Tag Archives: TV Movie

DENNIS POTTER’S SON OF MAN (1969)

Dennis Potter is a writer whose name is often spoken with awe; his early death (from pancreatic cancer) was a significant loss to television. Potter’s critically acclaimed “Wednesday Play” ran from 1964-1970 on the BBC, with his “Alice”1)Included as an extra feature on BBC’s Alice in Wonderland DVD. (on the life of ), “Pennies from Heaven,” and “Singing Detective” all seen as cult masterpieces.

Yet, his most provocative hour was “Son of Man,” directed by Gareth Davies. When people today speak of controversial dramatizations of the life of Christ, very few remember this one, which may be the most radical dramatized portrayal of the Nazarene prophet to date: more so even than ‘s Gospel According to St. Matthew, ‘s Last Temptation of Christ, or ‘s The Passion of the Christ (which is only controversial in being pornographic). Unlike Scorsese’s film, Potter’s hidden gem2)Unreleased on home video, although it can be found online—here is the “love your enemy” excerpt.  ups the revolutionary ante, not because it veers from the Gospel text (it’s actually fairly orthodox in its narrative bullet points), but in how it is presented. Potter eschews any show of divinity. He doesn’t deny it, it’s merely not his concern. He focuses on Christ as a human and a prophet. As played by Colin Blakely, this desert Christ is visceral, beefy, dirty (eschewing that “cleanliness is next to godliness” verbiage), struggles with his faith, and is God-obsessed. That’s contrary to Christ’s usual stoic portrayals, and may partially be the reason for this film’s neglect. It’s easier to put a man who is emotionally detached on a pedestal. Once we see his ragged emotions, he, uncomfortably, becomes too much like us. The Christ of Potter/Blakely napalms that comfort zone with a portrayal that unnerved 1969 audiences. Airing it in the Easter season was salt added to the wound.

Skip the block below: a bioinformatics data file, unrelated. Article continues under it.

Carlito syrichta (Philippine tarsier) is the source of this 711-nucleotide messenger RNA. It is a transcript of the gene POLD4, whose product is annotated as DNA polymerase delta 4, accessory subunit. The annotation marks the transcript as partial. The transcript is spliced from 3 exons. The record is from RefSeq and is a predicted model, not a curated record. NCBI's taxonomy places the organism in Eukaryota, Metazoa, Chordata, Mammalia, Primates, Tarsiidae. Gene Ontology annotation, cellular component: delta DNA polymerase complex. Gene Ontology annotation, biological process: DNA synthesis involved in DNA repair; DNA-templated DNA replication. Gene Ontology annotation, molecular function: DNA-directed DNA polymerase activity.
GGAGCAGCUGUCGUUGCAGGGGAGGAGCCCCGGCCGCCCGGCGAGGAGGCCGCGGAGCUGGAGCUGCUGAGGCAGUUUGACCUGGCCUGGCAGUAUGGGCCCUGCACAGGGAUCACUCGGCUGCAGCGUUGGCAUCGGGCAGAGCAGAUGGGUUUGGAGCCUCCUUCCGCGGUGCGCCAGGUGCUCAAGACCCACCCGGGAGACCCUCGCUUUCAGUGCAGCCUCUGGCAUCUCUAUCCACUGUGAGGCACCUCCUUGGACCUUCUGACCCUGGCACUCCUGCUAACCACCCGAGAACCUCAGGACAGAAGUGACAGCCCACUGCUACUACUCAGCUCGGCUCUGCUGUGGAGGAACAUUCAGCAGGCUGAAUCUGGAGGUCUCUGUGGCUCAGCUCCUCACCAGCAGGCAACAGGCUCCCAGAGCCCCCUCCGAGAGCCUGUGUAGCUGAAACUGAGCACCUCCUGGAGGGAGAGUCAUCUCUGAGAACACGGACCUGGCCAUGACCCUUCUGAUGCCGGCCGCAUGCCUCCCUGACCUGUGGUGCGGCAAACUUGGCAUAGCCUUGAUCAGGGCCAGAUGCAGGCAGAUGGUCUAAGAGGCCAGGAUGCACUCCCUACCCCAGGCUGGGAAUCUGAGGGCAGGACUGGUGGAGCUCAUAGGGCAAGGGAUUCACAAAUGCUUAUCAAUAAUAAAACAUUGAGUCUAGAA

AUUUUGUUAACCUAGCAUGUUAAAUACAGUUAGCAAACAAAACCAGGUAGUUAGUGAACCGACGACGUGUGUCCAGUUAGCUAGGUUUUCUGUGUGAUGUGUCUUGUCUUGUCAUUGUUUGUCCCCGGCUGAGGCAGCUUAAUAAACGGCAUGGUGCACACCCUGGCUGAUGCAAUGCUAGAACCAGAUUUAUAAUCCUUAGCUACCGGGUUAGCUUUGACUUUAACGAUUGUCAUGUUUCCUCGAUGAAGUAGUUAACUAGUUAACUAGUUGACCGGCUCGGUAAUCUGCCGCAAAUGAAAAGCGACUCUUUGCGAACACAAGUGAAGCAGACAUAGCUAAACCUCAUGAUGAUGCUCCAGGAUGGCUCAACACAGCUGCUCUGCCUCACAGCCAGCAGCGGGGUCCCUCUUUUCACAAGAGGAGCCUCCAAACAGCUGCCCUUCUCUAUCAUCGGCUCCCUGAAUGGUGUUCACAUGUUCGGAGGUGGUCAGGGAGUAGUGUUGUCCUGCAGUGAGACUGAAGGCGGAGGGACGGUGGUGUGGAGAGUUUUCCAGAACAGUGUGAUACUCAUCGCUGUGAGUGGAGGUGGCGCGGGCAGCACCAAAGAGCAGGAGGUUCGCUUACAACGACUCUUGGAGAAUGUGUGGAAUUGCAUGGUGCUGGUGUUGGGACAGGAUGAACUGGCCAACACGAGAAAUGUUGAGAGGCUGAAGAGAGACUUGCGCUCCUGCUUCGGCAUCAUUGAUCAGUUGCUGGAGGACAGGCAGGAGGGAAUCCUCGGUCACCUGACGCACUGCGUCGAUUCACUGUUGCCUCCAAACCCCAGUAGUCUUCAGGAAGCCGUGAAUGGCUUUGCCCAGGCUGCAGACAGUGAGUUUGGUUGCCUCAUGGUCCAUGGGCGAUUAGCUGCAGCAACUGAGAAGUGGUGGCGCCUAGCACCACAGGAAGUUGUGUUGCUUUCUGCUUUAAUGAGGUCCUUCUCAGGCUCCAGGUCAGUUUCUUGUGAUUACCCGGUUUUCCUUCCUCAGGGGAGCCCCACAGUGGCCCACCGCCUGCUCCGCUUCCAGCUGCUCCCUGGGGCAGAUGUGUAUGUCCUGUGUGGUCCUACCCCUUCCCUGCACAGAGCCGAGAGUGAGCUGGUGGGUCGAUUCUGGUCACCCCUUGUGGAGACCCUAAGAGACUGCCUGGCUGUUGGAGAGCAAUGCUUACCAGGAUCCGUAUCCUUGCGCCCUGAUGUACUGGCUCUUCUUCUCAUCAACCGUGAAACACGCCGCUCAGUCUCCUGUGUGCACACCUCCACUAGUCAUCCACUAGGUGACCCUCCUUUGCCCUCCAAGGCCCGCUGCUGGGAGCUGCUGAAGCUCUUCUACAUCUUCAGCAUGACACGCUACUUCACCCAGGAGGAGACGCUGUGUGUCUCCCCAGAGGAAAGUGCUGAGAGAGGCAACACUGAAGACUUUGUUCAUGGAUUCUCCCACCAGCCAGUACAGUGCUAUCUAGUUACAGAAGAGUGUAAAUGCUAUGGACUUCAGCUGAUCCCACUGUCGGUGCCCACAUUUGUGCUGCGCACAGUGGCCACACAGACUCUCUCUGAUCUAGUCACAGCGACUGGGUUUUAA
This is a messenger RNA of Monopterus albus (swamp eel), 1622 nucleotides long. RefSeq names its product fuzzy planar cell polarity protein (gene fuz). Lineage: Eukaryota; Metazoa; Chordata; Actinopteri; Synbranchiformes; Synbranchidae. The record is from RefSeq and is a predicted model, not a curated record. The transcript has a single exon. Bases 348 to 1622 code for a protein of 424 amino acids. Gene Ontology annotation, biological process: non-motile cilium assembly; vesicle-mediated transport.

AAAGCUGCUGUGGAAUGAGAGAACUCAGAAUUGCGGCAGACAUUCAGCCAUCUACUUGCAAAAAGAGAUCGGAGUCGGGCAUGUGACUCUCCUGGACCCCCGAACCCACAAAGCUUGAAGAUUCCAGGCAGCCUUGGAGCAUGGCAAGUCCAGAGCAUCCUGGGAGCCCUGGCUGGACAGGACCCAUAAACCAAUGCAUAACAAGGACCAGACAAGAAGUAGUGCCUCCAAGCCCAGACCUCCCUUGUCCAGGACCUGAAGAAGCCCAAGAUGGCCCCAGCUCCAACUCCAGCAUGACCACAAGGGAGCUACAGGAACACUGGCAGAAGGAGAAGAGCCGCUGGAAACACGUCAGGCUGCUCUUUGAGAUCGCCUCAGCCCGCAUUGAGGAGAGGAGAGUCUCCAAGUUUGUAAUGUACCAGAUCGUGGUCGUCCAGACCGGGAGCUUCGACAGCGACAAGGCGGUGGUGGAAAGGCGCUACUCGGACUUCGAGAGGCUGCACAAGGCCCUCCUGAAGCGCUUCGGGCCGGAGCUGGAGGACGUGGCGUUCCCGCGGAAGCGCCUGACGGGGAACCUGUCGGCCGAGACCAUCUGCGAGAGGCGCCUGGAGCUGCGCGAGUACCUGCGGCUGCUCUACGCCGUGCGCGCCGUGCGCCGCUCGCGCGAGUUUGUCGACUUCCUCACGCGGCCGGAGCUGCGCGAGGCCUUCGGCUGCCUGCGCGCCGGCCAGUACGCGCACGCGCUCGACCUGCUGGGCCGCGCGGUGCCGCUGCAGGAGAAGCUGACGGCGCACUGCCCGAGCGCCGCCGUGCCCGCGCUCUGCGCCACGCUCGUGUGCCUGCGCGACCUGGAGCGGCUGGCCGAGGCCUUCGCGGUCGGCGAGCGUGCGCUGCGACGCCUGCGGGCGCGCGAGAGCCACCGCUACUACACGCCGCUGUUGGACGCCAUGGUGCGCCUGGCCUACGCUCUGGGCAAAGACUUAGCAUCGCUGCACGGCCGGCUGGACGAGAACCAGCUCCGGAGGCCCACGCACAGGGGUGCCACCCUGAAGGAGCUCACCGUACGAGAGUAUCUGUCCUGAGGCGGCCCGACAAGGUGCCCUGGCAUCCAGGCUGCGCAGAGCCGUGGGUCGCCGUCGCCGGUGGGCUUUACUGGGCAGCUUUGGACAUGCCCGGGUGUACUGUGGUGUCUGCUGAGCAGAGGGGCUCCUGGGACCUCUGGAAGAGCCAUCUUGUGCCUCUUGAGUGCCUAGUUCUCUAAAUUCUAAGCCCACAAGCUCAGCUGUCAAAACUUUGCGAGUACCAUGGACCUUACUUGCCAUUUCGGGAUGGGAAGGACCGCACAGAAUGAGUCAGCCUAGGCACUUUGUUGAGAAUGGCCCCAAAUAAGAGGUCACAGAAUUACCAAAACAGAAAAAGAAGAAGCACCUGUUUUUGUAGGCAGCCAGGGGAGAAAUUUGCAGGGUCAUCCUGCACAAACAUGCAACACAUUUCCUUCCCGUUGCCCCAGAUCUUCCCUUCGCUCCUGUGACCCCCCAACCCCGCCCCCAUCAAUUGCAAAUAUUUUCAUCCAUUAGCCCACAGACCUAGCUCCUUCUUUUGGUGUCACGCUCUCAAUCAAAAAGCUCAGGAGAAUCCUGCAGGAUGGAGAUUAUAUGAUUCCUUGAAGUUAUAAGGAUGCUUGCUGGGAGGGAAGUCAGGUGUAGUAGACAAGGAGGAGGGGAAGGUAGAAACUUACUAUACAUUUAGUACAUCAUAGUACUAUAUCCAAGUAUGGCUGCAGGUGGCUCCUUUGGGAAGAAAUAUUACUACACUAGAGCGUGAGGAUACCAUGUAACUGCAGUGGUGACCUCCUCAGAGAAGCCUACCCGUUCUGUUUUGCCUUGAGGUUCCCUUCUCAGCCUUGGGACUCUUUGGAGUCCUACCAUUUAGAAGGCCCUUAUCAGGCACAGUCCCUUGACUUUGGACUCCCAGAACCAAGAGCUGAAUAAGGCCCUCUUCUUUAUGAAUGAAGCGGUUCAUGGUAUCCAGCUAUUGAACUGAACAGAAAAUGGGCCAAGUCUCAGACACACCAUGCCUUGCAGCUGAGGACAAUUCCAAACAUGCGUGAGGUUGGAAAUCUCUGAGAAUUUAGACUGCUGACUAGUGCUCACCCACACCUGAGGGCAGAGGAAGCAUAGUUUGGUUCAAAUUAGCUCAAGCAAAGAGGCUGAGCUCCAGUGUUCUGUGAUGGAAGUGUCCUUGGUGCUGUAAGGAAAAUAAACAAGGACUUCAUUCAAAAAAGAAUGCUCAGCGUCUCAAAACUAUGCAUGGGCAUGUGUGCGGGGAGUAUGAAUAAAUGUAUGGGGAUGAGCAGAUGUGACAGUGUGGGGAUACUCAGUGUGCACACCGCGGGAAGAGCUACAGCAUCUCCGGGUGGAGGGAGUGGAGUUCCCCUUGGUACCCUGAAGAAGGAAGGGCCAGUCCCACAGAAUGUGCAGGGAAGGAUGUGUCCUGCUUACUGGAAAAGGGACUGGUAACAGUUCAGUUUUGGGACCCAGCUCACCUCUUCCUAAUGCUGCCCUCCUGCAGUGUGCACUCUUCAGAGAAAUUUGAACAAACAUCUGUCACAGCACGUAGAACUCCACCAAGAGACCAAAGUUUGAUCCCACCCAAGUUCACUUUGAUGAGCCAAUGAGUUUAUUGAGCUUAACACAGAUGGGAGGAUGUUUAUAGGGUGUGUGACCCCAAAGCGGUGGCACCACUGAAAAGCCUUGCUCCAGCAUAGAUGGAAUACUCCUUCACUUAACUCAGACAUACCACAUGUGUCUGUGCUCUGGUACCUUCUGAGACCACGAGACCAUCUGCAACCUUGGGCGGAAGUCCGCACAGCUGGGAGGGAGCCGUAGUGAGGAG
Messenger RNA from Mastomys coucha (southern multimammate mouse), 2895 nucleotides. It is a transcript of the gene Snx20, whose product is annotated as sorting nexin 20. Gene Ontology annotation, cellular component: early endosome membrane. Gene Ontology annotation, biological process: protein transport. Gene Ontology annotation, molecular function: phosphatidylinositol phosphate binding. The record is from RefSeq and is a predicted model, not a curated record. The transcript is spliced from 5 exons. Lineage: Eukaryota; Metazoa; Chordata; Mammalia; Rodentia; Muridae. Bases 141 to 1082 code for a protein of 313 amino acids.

Still from Son of Man (1969)Another disconcerting mirror “Son of Man” holds up is its very clear contrasting of ethics and morality. The Ten Commandments are ten versions of “NO,” brought to you in the shape of patriarchal morality, which doesn’t have to be equated with love; hence, Christ improves on them with the ethics (morality + love) of the Beatitudes. Author once mused that he had seen Christians, with tears in their eyes, bemoaning the loss of the Ten Commandments displayed in schools. When Vonnegut suggested posting the Beatitudes in their place, the reaction was: “Blessed are the poor? The meek shall inherit the earth? Blessed are the peacemakers? Oh, we can’t post that. People might take it wrong.” The Beatitudes are the centerpiece of Potter’s story, with Christ delivering them at the most inopportune moment; shortly after we see the corpse of a bloodied woman, brutally butchered by Roman Soldiers. “Love the man who would thrust his sword in your belly and torture you,” Christ ferociously shouts. It’s no wonder both his onscreen crowd Continue reading DENNIS POTTER’S SON OF MAN (1969)

References   [ + ]